Cultivar and planting season affect lettuce performance in a tropical organic production system
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Keywords

lettuce
Lactuca sativa
organic production
cultivar trial
tropics

How to Cite

Brunner, B., Wessel-Beaver, L., & Flores, L. (2018). Cultivar and planting season affect lettuce performance in a tropical organic production system. The Journal of Agriculture of the University of Puerto Rico, 102(1-2), 39-52. Retrieved from https://revistas.upr.edu/index.php/jaupr/article/view/17530

Abstract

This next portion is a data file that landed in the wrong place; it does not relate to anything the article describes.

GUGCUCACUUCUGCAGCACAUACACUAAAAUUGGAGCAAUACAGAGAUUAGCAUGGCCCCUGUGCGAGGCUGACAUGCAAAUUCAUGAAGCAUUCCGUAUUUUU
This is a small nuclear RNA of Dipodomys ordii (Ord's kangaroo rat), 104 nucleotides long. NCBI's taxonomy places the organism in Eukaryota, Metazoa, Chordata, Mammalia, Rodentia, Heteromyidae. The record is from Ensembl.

Lettuce is a cool season crop typically grown at high altitudes or during the winter months in tropical climates, but is an important vegetable with potential for increased local production in Puerto Rico. To evaluate year round production potential, eleven lettuce cultivars were grown organically in Lajas under eight environments: winter, spring, summer and fall seasons in 2011 and 2012. All cultivars flowered later in the winter than in other seasons. There was a trend for flowering to be earliest in summer, but in many cultivars bolting occurred equally early in spring or fall. For most cultivars the greatest head weight and harvest yield was observed in the winter or spring season. Fall plantings generally resulted in plants with the smallest heads and lowest yields while summer plantings were intermediate in head weight and yield. ‘Queensland’ was the highest yielder in every season, yielding more than twice the average of all the genotypes in the summer and fall seasons, making it a valuable cultivar for year round production in the tropics. ‘Bergam’s Green’, ‘Jericho’ and ‘Parris Island’ also performed fairly well throughout the year. ‘Black Seeded Simpson’, a locally popular cultivar, performed poorly.

 

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